Monday, June 18, 2012


Illustrated by Gloria Kamen

(Golden Press, 1965)

This is the first of a week-long focus on an oft-overlooked nonfiction category, cookbooks for children.

Aside from a couple of series (i.e., Thornton W. Burgess’s animal adventure books and Encyclopedia Brown mysteries), fiction wasn’t my thing when I was a kid.  I wouldn’t say I was a big on nonfiction, but it was my preference by default.  I frequently browsed through my Britannica Junior and Disney’s Wonderful World of Knowledge encyclopedia sets, I memorized facts on my hockey cards and I regularly consulted our two daily newspaper subscriptions, expanding my must-skim sections over time.  And then there was one other pivotal book from my childhood, the spiral-bound Betty Crocker’s NEW Boys and Girls Cookbook.  (Curiously, there is a space separating cook and book on the cover, but not on the title page.  One would think a copy editor would have caught the inconsistency.)

This 1965 book follows the highly successful first children’s cookbook, published in 1957.  One of the selling points for both books was that all the recipes had been tested and regarded favorably by children who served as “test-helpers”.  Considering the time period, it is remarkable that nine of the twenty-five children are boys.  (After all, a few years later in junior high, I would be gender-tracked, suffering through all-boys Woodworking while the girls studied Home Ec.)  Truer to the times, all the children, based on their sketched portraits, are white with typical English names like John, Joan, Ricky and Chris.  As well, there is no cultural diversity in the recipe list:  no hummus, no Greek salad, not even nachos.  This is a book that considers iceberg lettuce, hotdog wieners and fruit cocktail as staples.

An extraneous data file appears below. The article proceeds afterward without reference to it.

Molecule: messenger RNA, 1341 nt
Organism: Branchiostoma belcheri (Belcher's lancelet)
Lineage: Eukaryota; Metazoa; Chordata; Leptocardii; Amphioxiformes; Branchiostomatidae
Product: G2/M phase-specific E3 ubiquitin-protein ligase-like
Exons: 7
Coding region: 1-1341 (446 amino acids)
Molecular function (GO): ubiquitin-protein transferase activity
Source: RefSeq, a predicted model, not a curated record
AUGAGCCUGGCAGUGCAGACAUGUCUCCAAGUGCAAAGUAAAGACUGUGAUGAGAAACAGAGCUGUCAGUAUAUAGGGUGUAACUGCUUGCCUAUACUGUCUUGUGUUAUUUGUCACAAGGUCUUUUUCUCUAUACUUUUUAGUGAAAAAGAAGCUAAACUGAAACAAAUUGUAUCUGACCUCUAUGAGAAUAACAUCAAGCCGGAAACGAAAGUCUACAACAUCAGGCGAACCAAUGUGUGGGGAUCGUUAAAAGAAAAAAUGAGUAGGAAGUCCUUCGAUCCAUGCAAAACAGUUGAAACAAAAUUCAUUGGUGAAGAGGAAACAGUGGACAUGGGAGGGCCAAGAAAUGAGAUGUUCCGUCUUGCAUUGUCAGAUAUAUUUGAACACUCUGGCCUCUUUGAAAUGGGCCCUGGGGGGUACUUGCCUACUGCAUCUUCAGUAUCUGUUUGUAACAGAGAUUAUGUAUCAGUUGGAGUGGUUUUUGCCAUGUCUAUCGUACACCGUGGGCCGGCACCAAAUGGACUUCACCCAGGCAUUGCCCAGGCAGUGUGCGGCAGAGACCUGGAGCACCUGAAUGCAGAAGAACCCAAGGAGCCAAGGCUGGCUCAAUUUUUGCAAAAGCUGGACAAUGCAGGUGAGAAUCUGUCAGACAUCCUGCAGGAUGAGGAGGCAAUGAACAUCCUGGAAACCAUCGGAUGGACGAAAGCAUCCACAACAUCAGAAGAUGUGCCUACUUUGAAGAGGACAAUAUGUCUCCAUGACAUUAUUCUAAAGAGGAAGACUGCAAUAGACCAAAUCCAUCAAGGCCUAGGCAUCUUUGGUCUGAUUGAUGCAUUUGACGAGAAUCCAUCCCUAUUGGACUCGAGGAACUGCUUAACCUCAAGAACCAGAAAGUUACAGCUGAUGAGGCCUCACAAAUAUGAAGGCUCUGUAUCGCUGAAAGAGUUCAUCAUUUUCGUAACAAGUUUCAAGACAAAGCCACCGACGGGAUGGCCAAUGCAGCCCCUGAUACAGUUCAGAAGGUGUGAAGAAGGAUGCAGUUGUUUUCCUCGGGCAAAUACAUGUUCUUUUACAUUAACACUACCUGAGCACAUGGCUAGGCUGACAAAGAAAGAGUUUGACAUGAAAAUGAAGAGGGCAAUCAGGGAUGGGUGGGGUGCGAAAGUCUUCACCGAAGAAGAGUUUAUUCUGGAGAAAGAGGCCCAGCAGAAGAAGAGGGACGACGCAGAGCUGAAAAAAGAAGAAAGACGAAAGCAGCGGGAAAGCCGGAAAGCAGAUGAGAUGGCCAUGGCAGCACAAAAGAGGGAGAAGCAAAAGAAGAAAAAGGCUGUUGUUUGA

The opening section, “What Every Cook Should Know”, contains some must-read retro advice on staging a meal.  Under the heading “Setting the Table”, Betty states that family meals should “[a]lways have a centerpiece—garden flowers, fruit, a little pot of ivy from the window sill, or a figurine from the cupboard shelf.”  (TO DO this weekend:  Scour through garage sale heaps in search of figurines for my cupboard shelf.  (PLAN B:  Bring in one of my beloved garden gnomes.))  Betty schools the reader on good manners, with tidbits like “Wait to begin eating until Mother is seated and all the family has been served” and “Wait until everyone has finished before you ask to be excused from the table.  When you are, tell Mother ‘Thank you.’”  In our home, Betty would have been proud.  With nostalgic sadness, I read “Fun at Dinnertime” where Betty reminds us of the lost art of communication over family dinners: 

Dinner is the sociable meal of the day when all the family gathers

around the table together, and everyone tells what happened at

school, at work, and at play.

Betty adds, “Talk about happy subjects” and suggests a conversation game called “Table Topics”.  Yes, let’s have families talk, but let’s not have it get too real.